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Where a lease is silent as to where the rent shall be paid, the payment is to be made either at the leased premises or at the domicile of the debtor, and this presupposes, of course, that the lessor is to call for his rent. Where there is no specification in the lease as to the place where the rent should be paid, the law prescribes that payment must be made at the dwelling of the debtor. La. Civ. Code Ann. art. 2157.
Edwards alleges that on August 1, 1930, he leased to Standard Oil Co., for a filling station, certain premises in Ponchatoula, La., for a period of two years, with privilege of renewal for two years more; the monthly rental being one cent per gallon of gasoline or oil sold from said premises, and being payable on the 15th day of the month following that in which the oil was sold. The rent due July 15, 1931, was not paid when it became due; instead, Edwards was 'tendered a check for $ 35.19 [amount of said rent] on the 21st of the month'. On the same day Edwards returned said check and said that, 'by reason of the non-payment of the rent when due,' he is entitled (due notice having been given Standard Oil) to have Standard Oil vacate the premises and deliver possession thereof to him. In an action to recover possession of leased premises on account of nonpayment of rent, the district court entered a judgment in favor of Edwards. The court of appeals of Louisiana affirmed.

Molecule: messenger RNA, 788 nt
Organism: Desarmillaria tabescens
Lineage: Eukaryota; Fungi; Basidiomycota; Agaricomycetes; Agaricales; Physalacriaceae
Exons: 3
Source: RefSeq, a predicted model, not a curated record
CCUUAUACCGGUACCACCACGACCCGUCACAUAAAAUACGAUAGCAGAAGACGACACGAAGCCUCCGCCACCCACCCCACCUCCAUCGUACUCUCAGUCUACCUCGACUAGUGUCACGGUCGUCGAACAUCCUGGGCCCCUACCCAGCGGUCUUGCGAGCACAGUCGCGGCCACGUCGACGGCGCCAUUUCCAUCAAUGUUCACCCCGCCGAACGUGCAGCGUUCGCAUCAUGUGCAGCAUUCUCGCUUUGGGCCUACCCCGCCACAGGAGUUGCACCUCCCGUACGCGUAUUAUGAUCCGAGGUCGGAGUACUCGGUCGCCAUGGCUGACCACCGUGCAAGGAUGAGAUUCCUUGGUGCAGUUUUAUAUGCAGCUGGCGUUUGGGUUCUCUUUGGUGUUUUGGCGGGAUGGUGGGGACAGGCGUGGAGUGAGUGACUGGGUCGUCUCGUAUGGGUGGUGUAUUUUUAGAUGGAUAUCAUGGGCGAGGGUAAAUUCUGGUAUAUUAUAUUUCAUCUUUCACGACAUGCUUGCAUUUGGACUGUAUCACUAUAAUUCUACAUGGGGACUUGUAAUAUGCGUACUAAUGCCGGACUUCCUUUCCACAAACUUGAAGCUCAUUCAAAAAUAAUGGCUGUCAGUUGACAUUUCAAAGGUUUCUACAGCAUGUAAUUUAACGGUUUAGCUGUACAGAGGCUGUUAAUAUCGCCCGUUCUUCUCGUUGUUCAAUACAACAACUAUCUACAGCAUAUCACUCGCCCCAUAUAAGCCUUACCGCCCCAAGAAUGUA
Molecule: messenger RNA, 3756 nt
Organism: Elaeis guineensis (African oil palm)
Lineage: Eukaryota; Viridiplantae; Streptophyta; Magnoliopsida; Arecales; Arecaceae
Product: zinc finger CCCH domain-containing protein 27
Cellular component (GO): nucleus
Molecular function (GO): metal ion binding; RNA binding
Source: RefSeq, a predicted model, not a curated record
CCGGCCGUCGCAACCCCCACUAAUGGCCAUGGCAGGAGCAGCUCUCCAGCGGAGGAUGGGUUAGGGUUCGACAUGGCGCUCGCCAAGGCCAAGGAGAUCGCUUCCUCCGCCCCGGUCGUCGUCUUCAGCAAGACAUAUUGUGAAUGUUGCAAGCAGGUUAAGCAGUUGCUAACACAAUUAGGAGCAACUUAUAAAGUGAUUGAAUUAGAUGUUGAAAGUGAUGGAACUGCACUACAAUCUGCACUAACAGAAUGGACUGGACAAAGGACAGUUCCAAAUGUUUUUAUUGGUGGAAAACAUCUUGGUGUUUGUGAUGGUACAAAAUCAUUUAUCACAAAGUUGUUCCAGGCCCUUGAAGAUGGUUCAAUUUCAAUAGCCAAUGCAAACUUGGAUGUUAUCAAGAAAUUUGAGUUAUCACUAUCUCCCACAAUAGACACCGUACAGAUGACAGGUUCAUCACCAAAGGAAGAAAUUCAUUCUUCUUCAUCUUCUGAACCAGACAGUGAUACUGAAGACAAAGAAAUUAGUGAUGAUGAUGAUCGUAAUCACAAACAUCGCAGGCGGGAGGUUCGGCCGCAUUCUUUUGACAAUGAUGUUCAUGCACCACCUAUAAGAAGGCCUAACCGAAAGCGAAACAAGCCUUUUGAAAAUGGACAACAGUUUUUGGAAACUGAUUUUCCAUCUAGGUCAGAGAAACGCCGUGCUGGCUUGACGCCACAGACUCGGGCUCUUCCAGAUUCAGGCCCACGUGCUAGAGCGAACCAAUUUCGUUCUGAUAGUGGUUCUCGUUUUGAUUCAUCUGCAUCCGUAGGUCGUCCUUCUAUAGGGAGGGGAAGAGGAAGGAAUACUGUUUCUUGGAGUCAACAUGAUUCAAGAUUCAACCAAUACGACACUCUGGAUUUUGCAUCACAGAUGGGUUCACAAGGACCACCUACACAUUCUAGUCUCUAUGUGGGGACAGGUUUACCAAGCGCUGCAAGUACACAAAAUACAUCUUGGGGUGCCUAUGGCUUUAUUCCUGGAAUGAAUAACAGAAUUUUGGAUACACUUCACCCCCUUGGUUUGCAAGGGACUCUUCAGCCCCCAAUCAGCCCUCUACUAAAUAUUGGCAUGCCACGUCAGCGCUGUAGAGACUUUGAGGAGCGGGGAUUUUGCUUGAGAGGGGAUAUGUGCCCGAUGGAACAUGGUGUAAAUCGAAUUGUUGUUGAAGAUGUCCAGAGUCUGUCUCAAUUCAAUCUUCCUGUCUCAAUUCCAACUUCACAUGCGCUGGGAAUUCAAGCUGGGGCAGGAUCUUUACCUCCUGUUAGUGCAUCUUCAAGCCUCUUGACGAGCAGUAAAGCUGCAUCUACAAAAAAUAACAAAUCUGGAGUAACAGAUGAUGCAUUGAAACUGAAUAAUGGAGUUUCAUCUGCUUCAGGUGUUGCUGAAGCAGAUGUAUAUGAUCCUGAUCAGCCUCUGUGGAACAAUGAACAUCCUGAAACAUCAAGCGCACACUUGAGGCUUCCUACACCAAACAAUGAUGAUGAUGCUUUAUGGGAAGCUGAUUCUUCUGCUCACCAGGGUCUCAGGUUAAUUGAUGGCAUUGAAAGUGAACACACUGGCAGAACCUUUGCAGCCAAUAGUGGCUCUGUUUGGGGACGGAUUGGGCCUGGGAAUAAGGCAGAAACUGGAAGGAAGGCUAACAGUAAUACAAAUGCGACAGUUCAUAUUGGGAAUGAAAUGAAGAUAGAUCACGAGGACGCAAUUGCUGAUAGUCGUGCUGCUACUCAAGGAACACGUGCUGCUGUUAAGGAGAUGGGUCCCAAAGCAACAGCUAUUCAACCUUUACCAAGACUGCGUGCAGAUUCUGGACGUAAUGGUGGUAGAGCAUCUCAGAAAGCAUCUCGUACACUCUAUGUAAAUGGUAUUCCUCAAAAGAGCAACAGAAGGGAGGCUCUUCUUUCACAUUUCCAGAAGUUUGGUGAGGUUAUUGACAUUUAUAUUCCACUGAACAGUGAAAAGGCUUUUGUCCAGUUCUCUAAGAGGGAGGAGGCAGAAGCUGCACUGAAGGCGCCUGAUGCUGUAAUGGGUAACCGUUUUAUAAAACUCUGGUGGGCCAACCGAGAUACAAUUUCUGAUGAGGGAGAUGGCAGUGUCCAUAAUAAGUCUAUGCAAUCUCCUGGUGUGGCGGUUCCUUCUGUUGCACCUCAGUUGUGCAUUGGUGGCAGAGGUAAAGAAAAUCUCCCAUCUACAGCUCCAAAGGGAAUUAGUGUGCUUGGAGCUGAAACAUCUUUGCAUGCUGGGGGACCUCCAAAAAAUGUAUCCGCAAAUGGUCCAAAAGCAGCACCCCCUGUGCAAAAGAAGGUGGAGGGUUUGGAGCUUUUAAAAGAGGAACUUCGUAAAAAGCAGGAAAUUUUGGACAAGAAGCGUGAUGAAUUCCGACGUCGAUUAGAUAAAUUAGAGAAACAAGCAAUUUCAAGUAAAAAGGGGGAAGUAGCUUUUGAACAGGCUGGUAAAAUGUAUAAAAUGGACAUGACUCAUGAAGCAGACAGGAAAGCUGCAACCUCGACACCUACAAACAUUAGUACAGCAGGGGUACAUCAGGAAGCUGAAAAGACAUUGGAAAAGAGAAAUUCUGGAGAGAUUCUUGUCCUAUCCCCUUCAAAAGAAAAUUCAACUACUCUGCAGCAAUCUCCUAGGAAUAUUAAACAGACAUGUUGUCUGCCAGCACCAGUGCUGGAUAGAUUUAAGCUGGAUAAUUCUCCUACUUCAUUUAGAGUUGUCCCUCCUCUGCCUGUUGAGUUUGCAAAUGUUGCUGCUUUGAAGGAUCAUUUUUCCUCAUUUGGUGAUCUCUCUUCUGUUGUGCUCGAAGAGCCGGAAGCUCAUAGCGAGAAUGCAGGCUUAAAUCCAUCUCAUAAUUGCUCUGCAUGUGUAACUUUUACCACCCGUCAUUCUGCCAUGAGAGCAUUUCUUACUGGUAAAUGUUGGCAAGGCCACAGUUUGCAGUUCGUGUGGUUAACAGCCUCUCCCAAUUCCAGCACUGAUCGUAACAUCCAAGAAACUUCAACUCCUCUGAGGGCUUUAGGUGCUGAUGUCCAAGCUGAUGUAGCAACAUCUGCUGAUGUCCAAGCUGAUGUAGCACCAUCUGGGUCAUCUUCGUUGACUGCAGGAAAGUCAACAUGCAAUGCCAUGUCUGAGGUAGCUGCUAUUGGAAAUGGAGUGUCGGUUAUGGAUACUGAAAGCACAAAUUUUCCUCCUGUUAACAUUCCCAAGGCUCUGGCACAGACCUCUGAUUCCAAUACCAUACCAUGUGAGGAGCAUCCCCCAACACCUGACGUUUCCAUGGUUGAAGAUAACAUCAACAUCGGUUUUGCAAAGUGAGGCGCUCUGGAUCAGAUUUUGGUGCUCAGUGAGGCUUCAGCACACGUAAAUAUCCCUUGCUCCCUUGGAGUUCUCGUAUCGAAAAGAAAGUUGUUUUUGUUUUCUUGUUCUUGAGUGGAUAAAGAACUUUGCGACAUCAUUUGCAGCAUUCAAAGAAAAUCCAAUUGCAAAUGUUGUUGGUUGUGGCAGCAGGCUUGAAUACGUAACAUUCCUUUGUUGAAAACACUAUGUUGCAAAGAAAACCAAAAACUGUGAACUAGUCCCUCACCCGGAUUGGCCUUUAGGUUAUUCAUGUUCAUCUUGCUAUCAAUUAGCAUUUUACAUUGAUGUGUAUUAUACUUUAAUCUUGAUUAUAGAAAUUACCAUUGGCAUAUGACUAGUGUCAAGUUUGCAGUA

Did the district court err in ruling that recovery of possession was proper?
The lease does not set forth where the rent is to be paid; and the petition does not allege, but on the contrary inferentially negatives that any demand for payment was ever made on defendant. And the fact is that a check for the amount of the rent was mailed by defendant to its agent at Ponchatoula on July 10th; but, owing to some oversight, or perhaps some fault in mail deliveries, it did not reach plaintiff until July 21st, as aforesaid. By formally tendering the rent after maturity, but prior to default and to the filing of this action, Standard Oil effectively stripped the landlord of his right to cancel the lease on the ground alleged.'